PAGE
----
There were four rest stops that I took full advantage of. As we approached the rest stops, I would take a seat on the grass, snack on my pop tarts (good quick sugar), chug some water and gatorade and quickly get moving again. Being on a hybrid bike I had to work really hard to try and stay with everyone else that were on road bikes with much thinner tires (slicks), but being 6'6 and 250 pounds, I can really muscle the peddles on a bike (it's why I break every bike I own). But grinding that hard allows me to stay with those faster bikes. You have to really master your gearing as well during a race this long, if you don't, your legs will become jello and you will gas out.

The first time I felt quad fatigue was mile thirty, which ironically enough is the farther that I've ever ridden before. Maybe that was mental or maybe it was just real fatigue, but either way I adjusted my tempo again and fought through it. By the fourth rest stop the "holy shit how much further" vibe changed to "omg, we're almost done!". We all knew that AC was around the corner (kind of), so we saddled up and shot out for the last ten mile stretch which would be the hardest because of the cars blazing past us, the leg fatigue, and the head wind that was coming right towards us.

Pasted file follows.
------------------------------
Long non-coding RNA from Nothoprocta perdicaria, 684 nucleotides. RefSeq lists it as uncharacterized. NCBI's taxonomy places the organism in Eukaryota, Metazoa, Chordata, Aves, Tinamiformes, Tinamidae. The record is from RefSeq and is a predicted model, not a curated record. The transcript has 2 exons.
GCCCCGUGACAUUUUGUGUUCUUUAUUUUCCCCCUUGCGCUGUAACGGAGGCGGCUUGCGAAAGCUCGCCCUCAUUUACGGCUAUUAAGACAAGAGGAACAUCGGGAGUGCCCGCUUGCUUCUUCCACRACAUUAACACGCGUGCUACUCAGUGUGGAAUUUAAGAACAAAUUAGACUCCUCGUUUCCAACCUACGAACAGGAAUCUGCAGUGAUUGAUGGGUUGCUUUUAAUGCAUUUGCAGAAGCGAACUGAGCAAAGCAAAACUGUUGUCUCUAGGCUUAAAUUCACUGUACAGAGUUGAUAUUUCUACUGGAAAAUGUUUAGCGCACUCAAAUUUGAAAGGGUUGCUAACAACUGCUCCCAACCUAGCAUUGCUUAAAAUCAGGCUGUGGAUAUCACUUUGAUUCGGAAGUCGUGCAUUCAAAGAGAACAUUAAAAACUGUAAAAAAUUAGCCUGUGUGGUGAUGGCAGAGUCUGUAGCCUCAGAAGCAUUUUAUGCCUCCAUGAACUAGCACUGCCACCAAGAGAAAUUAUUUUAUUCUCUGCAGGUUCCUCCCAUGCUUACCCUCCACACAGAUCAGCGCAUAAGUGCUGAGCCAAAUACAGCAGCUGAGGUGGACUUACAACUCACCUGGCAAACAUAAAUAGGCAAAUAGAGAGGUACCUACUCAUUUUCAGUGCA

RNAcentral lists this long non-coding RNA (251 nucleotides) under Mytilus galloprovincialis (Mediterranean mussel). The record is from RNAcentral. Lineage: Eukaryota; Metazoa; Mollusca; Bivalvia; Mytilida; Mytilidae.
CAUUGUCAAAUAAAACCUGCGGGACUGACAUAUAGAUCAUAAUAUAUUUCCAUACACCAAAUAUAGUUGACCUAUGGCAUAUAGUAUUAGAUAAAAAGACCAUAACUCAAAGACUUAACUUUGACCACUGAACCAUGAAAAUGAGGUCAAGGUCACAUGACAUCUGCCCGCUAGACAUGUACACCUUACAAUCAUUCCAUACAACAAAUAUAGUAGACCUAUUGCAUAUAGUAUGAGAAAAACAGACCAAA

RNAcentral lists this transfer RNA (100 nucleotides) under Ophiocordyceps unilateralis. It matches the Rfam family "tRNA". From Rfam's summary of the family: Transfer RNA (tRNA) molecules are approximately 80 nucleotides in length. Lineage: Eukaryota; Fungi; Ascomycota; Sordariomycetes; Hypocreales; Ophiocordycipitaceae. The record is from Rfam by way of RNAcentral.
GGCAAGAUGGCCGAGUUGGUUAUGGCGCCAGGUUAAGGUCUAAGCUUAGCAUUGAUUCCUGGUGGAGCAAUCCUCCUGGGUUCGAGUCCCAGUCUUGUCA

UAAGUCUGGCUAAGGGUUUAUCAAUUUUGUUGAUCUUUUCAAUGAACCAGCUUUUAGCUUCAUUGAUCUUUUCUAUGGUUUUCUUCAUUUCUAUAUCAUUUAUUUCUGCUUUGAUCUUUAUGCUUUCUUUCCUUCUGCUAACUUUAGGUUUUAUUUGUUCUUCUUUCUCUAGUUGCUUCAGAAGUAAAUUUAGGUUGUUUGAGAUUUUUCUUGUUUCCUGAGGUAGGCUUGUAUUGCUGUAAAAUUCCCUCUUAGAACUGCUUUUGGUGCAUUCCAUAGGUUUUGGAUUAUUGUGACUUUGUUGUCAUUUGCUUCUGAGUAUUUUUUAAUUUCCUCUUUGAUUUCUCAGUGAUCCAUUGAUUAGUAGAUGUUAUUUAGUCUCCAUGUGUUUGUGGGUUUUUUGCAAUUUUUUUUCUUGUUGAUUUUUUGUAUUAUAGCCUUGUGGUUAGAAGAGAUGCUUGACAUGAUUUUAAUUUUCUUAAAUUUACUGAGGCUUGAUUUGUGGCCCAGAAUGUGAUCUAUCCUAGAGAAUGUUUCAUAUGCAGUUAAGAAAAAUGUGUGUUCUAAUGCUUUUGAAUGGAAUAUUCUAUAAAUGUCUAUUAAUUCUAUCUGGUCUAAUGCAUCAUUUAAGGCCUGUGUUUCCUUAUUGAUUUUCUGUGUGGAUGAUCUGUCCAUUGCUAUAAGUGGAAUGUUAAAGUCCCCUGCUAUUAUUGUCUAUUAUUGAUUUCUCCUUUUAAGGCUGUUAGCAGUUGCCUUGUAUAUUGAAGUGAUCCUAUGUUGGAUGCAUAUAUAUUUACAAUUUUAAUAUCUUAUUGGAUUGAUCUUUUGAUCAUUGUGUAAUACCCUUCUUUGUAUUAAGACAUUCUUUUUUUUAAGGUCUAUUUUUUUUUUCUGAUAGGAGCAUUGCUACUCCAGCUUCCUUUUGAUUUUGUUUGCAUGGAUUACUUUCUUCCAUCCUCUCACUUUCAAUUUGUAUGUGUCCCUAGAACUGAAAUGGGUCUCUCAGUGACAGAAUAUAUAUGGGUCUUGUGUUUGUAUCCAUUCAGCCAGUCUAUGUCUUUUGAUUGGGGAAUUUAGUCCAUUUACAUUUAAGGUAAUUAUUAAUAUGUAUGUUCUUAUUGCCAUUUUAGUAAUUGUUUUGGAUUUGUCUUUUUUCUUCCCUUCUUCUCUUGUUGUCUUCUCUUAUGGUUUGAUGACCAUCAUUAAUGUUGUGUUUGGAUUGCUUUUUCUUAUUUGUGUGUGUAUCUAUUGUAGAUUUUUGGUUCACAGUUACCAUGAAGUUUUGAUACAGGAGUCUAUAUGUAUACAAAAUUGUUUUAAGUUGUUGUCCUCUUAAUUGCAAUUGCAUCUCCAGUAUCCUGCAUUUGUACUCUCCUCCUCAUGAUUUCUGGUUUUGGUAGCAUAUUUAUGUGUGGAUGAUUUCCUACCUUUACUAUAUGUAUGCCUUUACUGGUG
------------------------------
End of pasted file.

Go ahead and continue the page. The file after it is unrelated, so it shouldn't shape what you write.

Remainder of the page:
As the casinos appeared in the distance our morale grew, everyone started peddling a lot harder and we knew that it was going to be over very soon. We finally hit AC and hundreds of spectators we yelling and screaming for us at the finish line. We pulled in to the finish line and hundreds of people were there drinking and having a great time. We did it!

After completing the race which was officially 67.8 Miles, I had to ride another few miles to go and meet up with my better half, who was waiting for me at the beach. But at that point I was on a euphoric high and I felt no pain. Even today, I feel great because I prepped my body to take this kind of beating. Between all of the cross training we did (biking, running hills, rowing, assault bike intervals, sprints, weight lifting, etc.), I knew that my mind and my body could handle whatever was coming our way.

The best part of the entire race was being surrounded by so many positive, motivated humans. There was no whining, no complaining and no bitching, just a lot of people ready to rock!

I will definitely be making a No Bull Team next year, so start preparing...